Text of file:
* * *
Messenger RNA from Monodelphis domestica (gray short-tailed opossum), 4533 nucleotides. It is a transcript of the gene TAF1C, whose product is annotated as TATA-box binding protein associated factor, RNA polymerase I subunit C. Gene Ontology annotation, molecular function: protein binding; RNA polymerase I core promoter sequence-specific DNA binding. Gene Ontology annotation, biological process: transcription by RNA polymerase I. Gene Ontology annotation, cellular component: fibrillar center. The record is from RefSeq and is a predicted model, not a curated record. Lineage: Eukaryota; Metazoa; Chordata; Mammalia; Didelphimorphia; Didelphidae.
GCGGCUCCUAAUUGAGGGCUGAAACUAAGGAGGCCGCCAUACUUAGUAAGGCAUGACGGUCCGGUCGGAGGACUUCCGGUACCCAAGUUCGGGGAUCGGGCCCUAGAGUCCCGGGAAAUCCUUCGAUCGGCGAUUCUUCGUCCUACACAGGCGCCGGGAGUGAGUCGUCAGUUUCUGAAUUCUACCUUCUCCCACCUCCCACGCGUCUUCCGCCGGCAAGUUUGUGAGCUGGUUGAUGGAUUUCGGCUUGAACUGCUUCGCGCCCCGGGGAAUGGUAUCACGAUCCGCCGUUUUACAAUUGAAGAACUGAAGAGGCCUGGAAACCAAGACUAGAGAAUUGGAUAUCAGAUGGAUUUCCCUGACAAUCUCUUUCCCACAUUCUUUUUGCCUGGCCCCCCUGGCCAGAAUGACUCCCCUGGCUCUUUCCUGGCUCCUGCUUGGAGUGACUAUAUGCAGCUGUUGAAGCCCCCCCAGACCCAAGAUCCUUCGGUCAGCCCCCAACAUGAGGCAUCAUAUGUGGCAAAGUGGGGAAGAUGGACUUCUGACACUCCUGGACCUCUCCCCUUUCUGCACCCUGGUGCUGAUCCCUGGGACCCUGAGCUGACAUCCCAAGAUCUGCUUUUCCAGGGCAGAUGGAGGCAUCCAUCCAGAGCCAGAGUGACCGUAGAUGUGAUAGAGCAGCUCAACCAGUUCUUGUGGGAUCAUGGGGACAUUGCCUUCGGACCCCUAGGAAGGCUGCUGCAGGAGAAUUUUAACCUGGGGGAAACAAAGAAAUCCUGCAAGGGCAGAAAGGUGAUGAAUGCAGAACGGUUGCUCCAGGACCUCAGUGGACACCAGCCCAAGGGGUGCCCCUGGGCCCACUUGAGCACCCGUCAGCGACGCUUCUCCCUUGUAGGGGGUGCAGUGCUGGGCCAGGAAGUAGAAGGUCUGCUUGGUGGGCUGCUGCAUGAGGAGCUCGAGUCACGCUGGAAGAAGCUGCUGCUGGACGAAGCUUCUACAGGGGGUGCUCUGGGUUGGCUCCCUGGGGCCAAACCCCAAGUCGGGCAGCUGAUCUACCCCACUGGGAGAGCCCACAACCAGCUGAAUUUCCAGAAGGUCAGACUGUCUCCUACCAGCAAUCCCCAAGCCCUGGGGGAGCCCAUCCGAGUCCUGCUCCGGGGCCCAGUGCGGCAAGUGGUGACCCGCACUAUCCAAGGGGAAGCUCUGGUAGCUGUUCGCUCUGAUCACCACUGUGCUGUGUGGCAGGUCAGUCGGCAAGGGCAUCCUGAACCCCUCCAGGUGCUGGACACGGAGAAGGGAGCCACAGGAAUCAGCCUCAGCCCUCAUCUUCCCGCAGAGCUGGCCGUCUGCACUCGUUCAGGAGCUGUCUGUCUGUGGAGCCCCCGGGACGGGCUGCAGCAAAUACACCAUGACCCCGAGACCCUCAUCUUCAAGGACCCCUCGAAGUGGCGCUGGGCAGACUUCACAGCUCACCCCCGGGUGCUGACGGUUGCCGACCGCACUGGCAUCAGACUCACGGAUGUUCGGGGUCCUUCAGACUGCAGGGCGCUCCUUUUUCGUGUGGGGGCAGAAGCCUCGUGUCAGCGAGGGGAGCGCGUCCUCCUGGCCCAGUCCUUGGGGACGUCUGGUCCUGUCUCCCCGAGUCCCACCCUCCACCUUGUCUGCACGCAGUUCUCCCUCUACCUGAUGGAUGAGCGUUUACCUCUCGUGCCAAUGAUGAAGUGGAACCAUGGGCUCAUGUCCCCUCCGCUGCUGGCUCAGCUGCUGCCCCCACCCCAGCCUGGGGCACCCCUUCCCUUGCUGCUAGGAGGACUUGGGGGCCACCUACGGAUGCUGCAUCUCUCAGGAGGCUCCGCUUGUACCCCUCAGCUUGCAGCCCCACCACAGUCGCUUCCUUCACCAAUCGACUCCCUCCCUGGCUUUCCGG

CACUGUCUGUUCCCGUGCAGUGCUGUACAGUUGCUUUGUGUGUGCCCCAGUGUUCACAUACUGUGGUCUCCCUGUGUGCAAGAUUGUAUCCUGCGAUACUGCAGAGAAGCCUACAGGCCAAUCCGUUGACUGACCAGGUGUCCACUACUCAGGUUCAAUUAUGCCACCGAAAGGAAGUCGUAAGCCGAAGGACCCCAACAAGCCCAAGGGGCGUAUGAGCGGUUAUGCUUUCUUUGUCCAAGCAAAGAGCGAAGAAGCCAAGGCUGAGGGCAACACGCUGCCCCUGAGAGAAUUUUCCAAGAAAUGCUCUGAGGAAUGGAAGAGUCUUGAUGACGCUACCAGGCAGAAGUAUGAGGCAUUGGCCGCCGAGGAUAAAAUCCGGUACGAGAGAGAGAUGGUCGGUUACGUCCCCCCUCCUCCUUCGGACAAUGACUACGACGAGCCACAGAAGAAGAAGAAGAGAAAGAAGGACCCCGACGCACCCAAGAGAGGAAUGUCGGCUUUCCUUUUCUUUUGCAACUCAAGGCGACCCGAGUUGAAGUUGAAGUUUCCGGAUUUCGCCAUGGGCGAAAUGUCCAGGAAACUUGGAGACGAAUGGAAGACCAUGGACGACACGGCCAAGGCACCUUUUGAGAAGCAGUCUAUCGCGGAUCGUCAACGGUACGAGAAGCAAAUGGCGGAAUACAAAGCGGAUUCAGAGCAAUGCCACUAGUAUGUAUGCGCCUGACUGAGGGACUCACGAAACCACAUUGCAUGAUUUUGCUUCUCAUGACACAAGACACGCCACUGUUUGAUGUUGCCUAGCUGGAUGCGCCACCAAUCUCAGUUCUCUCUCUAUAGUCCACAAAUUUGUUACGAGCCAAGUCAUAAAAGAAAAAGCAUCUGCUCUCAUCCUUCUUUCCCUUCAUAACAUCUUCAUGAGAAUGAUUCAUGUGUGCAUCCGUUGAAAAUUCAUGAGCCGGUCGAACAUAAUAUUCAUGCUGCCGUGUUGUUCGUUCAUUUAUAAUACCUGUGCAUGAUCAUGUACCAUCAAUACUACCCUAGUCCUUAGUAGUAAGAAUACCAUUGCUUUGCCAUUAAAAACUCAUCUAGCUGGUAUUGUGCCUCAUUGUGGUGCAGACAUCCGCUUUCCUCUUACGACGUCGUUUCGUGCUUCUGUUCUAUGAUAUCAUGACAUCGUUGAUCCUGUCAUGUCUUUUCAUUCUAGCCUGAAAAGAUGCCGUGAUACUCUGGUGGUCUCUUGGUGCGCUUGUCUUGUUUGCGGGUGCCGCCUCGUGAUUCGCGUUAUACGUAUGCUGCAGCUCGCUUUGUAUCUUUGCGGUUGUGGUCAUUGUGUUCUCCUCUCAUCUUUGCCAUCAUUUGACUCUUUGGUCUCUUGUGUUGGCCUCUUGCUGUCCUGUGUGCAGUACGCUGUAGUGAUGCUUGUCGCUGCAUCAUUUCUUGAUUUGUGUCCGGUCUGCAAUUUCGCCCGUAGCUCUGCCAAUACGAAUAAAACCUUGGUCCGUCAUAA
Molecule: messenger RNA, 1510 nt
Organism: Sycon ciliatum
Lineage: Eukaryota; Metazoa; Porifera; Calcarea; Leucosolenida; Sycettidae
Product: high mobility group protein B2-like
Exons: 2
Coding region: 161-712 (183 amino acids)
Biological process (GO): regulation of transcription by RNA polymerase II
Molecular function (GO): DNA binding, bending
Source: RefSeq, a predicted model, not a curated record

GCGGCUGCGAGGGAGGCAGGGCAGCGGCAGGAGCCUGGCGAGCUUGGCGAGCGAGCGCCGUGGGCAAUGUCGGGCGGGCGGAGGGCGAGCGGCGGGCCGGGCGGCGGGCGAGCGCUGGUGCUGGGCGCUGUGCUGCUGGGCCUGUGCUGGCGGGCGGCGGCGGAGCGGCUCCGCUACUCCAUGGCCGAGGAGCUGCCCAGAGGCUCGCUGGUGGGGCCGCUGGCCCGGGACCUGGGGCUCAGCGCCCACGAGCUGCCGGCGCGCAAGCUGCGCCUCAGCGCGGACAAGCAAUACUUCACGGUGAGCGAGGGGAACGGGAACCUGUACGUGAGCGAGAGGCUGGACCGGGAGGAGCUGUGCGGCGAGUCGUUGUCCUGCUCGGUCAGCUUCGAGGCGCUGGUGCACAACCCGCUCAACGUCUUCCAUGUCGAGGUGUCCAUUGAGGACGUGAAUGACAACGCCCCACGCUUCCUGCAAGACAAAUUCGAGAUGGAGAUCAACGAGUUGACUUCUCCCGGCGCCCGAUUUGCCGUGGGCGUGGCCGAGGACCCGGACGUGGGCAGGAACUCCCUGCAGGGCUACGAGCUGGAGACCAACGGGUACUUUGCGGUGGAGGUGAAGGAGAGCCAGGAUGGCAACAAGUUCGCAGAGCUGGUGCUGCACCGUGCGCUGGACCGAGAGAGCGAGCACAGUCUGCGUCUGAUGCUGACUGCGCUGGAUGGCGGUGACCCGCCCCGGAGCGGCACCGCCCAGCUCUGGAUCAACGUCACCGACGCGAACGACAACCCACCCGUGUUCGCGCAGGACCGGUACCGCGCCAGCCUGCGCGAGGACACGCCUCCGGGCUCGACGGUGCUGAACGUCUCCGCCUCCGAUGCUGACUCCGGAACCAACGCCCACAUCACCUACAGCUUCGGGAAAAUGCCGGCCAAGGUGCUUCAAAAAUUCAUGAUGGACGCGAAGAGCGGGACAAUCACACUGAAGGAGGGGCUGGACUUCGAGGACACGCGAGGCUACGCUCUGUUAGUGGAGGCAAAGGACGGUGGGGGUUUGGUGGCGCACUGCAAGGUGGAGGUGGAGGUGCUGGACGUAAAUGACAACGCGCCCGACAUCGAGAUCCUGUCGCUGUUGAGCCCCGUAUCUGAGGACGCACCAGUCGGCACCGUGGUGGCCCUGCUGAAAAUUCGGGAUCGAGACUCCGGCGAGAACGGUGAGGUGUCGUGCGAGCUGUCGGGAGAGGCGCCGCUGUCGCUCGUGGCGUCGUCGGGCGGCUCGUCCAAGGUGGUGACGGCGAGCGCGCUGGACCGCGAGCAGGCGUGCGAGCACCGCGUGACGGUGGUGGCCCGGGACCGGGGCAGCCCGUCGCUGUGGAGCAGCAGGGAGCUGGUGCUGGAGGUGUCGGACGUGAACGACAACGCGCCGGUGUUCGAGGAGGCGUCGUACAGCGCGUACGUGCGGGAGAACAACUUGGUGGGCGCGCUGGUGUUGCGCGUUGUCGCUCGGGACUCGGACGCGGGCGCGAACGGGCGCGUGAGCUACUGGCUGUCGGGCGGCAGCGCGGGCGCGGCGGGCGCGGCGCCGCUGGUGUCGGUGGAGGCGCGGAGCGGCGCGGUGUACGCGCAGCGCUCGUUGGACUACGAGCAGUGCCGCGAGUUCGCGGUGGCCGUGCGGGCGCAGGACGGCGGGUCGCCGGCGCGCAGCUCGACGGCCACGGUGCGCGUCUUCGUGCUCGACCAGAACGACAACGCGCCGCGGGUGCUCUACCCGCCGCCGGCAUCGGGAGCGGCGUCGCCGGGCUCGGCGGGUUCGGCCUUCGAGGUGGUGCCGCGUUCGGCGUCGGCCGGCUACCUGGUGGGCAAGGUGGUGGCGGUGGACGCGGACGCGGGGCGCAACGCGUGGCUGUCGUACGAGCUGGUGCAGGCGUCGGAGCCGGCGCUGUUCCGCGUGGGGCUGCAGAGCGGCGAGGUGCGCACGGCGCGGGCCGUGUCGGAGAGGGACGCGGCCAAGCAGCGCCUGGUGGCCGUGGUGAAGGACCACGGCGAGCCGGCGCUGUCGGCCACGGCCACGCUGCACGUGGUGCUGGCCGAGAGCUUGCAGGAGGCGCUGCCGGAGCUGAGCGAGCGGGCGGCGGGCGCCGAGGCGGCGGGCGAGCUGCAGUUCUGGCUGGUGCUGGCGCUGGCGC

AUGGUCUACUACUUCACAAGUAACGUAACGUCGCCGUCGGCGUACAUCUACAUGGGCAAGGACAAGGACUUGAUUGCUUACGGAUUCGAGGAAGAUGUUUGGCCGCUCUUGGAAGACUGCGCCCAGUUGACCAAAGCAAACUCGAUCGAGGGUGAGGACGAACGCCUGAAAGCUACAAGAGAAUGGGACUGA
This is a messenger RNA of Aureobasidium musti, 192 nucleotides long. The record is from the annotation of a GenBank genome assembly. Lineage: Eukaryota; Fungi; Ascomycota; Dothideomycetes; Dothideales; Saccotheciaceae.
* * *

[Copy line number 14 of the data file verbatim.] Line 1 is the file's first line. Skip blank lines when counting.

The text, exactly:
AUGGUCUACUACUUCACAAGUAACGUAACGUCGCCGUCGGCGUACAUCUACAUGGGCAAGGACAAGGACUUGAUUGCUUACGGAUUCGAGGAAGAUGUUUGGCCGCUCUUGGAAGACUGCGCCCAGUUGACCAAAGCAAACUCGAUCGAGGGUGAGGACGAACGCCUGAAAGCUACAAGAGAAUGGGACUGA